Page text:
“I’m tired of throwing money away on rent.” — or — “If you’re renting, you’re throwing money away.”
Our society holds a pervasive myth that rent is “throwaway” money. But the truth, however, is much more complex.
As a homeowner, you’ll “throw money away” on all types of expenses, ranging from property taxes to homeowner’s insurance, from sprinkler systems to gutter cleaning, from power-washing to HVAC repair. You’ll pay for closing costs, title insurance, Realtor commissions and homeowner association dues.
To clarify: I don’t believe that any of those above expenses represent “throwing your money away” — just as I also don’t believe that renting is “throwing money away,” either. In both cases, you’re exchanging money for a desired good or service.
The question, then, becomes: Which do you desire more? Would you be happier renting or buying?
Advantages of Renting
#1: Mobility. Want to spend the summer in Paris? Live in New York City for a year?
As a renter, you have the flexibility and freedom to move to any new location. Just wait until the end of your lease (or negotiate an early-lease-termination with your landlord) and you’re free to travel anywhere.
As a homeowner, on the other hand, your hands are tied. You can’t just step away from your mortgage. Yes, you can sell the house, but that’s a long, cumbersome process involving plenty of risk.
#2: Price Flexibility. Did you get laid-off from your job? Decide to change careers into a lower-paying but more-satisfying field? Do you want to become a stay-at-home parent?
As a renter, you have the flexibility to change the price that you pay for housing. If you’re a high-income earner and you’d like to live in a beautiful, upscale home, you’re welcome to sign a one-year lease on a fancy condo. If you later endure a job loss, decide to bootstrap a business, or switch from a two-income household down to one-income, you can move to a different unit with more affordable rent.
As a homeowner, however, you don’t have that flexibility. You’re locked into your mortgage for 15 to 30 years.
#3: Lower Costs. In many areas, the cost of renting is actually cheaper than the cost of owning a home.
Many renters assume the opposite. They make the mistake of comparing their landlord’s mortgage to their monthly rent.
But the mortgage payment is only one small portion of a homeowner’s overall expenses. Homeowners also need to pay for repairs, maintenance and higher accounting fees. (And landlords need to cover all of those expenses, plus vacancies, property management, book-keeping and legal fees.)
How much does this cost? As a general rule of thumb, homeowners should set aside one percent of the purchase price each year for repairs and maintenance. The owner of a $300,000 home, for example, should set aside $3,000 per year.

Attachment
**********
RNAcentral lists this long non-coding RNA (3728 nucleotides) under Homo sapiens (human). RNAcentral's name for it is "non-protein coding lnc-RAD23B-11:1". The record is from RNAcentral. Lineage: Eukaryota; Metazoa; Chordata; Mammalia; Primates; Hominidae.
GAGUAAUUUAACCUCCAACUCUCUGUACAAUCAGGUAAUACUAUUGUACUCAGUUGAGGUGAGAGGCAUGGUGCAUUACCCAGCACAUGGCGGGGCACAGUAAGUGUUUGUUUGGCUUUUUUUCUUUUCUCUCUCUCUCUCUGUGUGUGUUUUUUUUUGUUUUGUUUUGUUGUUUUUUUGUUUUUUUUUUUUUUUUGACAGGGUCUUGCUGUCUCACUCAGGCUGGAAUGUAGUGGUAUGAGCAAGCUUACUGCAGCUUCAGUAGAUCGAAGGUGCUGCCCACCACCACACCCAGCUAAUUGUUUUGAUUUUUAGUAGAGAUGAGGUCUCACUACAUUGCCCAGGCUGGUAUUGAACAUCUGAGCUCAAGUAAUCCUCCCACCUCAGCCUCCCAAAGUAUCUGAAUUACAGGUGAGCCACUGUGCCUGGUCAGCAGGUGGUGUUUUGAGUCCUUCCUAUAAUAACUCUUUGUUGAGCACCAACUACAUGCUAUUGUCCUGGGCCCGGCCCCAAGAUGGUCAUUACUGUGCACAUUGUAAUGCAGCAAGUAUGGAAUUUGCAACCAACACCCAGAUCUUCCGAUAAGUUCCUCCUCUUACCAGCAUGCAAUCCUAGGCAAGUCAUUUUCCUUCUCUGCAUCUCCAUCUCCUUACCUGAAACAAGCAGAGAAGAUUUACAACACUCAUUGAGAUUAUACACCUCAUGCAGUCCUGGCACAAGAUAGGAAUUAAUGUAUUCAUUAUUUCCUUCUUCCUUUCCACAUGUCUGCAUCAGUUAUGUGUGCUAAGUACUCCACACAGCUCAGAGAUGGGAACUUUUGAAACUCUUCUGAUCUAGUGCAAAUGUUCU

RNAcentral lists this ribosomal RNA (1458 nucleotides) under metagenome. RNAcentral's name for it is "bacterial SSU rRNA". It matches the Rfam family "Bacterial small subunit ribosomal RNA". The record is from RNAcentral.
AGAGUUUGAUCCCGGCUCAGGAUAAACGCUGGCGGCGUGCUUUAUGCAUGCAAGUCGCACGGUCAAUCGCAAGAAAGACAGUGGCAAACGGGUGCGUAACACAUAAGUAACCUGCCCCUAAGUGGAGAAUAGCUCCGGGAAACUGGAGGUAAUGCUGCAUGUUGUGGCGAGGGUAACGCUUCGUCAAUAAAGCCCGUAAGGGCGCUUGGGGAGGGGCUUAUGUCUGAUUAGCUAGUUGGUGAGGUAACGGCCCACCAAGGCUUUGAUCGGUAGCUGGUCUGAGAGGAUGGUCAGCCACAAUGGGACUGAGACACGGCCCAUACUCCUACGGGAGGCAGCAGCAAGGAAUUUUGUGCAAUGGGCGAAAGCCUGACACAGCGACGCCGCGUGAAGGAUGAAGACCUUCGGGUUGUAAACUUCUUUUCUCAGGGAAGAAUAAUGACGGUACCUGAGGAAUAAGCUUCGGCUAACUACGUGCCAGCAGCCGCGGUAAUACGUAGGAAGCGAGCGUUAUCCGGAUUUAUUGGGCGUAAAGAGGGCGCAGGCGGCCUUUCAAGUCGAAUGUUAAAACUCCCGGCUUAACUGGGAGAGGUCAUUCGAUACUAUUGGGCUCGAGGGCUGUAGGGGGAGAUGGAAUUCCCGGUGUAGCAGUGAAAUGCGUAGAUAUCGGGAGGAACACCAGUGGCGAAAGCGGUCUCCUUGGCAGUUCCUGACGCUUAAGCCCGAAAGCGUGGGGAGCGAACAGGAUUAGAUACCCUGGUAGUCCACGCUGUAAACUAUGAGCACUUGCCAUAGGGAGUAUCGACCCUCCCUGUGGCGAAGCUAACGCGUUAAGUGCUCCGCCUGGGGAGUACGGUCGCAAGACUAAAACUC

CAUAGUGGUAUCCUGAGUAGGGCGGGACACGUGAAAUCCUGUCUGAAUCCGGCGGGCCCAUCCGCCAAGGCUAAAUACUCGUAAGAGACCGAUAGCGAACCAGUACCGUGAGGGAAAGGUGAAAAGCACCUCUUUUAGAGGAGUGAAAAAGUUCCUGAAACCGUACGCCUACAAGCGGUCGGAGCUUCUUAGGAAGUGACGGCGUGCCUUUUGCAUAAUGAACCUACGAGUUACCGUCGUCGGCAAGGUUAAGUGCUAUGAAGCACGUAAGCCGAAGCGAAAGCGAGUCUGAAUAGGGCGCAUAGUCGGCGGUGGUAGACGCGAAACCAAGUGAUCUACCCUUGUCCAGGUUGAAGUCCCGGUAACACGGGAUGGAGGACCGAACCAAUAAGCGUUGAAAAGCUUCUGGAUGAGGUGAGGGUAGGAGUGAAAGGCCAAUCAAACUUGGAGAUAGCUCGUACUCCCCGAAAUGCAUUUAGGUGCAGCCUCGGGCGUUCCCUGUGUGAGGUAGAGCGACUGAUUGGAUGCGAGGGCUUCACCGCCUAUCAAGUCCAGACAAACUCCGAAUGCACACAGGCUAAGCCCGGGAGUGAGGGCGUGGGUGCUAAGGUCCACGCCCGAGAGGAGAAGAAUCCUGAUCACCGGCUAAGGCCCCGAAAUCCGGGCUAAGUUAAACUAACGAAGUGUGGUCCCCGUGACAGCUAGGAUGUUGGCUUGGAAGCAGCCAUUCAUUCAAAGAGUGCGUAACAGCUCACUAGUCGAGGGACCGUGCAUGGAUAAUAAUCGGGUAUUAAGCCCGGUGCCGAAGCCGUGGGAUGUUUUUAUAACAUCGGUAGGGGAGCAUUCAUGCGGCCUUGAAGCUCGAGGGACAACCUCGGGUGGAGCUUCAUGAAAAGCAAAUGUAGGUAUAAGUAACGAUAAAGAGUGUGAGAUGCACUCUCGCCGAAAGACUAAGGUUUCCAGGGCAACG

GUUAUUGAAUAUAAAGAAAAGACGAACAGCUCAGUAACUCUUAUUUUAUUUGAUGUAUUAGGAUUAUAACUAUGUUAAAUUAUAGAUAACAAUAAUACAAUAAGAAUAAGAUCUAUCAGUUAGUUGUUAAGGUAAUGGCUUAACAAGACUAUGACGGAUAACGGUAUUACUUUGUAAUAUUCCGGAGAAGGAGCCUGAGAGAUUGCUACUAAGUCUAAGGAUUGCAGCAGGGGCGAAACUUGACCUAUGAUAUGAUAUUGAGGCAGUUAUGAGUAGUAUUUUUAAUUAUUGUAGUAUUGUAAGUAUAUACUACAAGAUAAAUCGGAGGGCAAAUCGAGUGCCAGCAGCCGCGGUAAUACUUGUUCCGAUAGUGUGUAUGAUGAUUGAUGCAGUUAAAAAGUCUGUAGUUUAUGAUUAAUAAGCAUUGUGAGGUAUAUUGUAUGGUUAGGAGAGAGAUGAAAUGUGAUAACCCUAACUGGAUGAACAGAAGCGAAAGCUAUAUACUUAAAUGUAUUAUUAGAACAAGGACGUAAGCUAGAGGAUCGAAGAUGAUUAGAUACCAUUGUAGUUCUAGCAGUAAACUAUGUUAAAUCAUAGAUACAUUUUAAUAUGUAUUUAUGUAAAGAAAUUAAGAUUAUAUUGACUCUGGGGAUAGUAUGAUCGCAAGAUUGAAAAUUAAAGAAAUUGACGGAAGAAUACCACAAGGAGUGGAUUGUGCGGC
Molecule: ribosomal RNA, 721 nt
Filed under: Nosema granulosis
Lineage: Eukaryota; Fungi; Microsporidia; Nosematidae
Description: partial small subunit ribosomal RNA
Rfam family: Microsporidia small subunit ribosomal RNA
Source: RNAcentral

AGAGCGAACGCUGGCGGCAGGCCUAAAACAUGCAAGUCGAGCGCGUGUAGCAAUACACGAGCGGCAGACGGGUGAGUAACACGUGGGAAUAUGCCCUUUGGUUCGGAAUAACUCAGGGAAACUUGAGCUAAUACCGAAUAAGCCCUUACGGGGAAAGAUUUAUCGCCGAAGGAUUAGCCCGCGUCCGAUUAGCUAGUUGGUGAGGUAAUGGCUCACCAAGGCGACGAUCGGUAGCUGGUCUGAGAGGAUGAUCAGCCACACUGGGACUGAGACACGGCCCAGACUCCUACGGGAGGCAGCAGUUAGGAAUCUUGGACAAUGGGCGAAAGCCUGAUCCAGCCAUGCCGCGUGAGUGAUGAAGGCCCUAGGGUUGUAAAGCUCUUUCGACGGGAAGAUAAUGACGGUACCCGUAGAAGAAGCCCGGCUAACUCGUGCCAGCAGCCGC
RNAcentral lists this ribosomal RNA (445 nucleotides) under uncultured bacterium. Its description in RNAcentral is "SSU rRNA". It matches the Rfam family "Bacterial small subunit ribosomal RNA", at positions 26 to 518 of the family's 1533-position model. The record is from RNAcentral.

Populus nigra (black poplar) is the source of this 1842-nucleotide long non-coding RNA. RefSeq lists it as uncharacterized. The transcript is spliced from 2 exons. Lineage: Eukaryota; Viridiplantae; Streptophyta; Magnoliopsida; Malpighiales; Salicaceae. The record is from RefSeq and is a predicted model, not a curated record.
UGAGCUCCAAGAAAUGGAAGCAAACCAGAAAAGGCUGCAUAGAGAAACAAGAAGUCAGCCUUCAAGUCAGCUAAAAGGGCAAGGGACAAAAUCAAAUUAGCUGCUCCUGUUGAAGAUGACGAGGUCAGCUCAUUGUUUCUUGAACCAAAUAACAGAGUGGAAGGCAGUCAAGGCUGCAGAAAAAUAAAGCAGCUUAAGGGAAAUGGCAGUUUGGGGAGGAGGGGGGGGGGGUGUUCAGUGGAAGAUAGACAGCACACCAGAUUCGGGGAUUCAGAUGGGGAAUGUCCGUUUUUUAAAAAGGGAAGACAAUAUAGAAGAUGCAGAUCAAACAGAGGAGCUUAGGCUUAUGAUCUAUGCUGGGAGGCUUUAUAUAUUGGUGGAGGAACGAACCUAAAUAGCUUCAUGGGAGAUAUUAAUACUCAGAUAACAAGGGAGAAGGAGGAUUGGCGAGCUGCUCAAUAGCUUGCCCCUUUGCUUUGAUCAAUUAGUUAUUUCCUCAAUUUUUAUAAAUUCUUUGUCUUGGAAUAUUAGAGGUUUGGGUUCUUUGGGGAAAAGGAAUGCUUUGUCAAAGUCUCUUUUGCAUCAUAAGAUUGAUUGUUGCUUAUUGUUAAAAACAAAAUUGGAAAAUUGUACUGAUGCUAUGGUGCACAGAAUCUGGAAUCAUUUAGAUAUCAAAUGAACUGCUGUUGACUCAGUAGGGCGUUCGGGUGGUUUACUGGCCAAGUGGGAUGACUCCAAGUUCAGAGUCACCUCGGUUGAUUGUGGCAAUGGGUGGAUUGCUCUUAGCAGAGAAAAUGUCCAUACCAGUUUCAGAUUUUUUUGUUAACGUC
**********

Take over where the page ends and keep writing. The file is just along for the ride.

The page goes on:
Owners won’t literally pay this much each year. Some years, they may only pay $1,000 for maintenance. Other years, however, they’ll pay $15,000 for a new roof.
Advantages of Owning
That said, however, there are a few benefits to owning a home, as well.
#1: Potential Appreciation. Let’s be careful with this point. Many homeowners point to the rising value of their home to defend their decision to purchase a property.
Indeed, from 1968 to 2004, median home prices rose 6.4 percent annually, according to data from the National Association of Realtors. Inflation averaged around 3 percent during that same timespan, meaning that housing boasted “real returns” of 3.4 percent after inflation.
However, during that same timespan, the average size of a home grew by about 60 percent, according to the National Association of Home Builders. In 1970, the average home was a moderate 1,500 square feet; by 2004, the average home size reached 2,369 square feet.
In other words: After adjusting for inflation and for the cost-per-square-foot, housing hasn’t risen quite as dramatically as people might believe.
That said, however, all real estate is “local.” Don’t worry about how houses across the nation might fare; think about the potential appreciation in your particular neighborhood or town. Are people moving into your city or streaming out of it? Is your neighborhood getting more jobs or fewer?
#2: Inflation Protection. If you’re a homeowner with a fixed-rate mortgage, you can rest assured knowing that your monthly payments will never change, regardless of what happens with interest rates and inflation in the future.
As time marches forward, and inflation kicks in, you’ll be paying your mortgage with cheaper and cheaper dollars.
Renters, by contrast, don’t enjoy this luxury. As inflation rises, so will their rents.
#3: Emotional Satisfaction. Here’s one of the biggest benefits to homeownership: You’ll enjoy a home that’s purely yours.
You can paint the walls, stain the hardwoods and replace the shower heads without needing to ask your landlord’s permission. You can upgrade the appliances, remove partition walls and hang new light fixtures. In short: You can stamp the house with your personality.
You’ll enjoy the satisfaction of knowing that your landlord will never decide not to renew your lease, leaving you scrambling to find another home. You’ll appreciate knowing that you can plant a perennial garden, knowing that you’ll stay put for a while.
Should you buy or rent? There’s no clear-cut choice. This answer largely hinges on your preferences: Will owning a home make you feel “trapped,” or secure? Will having a lease make you feel “free and flexible,” or vulnerable?
One person’s “flexibility” is another person’s “lack of stability.” And one person’s “stuck” is another person’s “steady.” The way you’ll feel about buying vs. renting is very much in the eye of the beholder.
So make the choice that best fits your priorities and personality. And don’t buy into the myth that you’re “throwing money away” if you rent. Your choices are worth much more.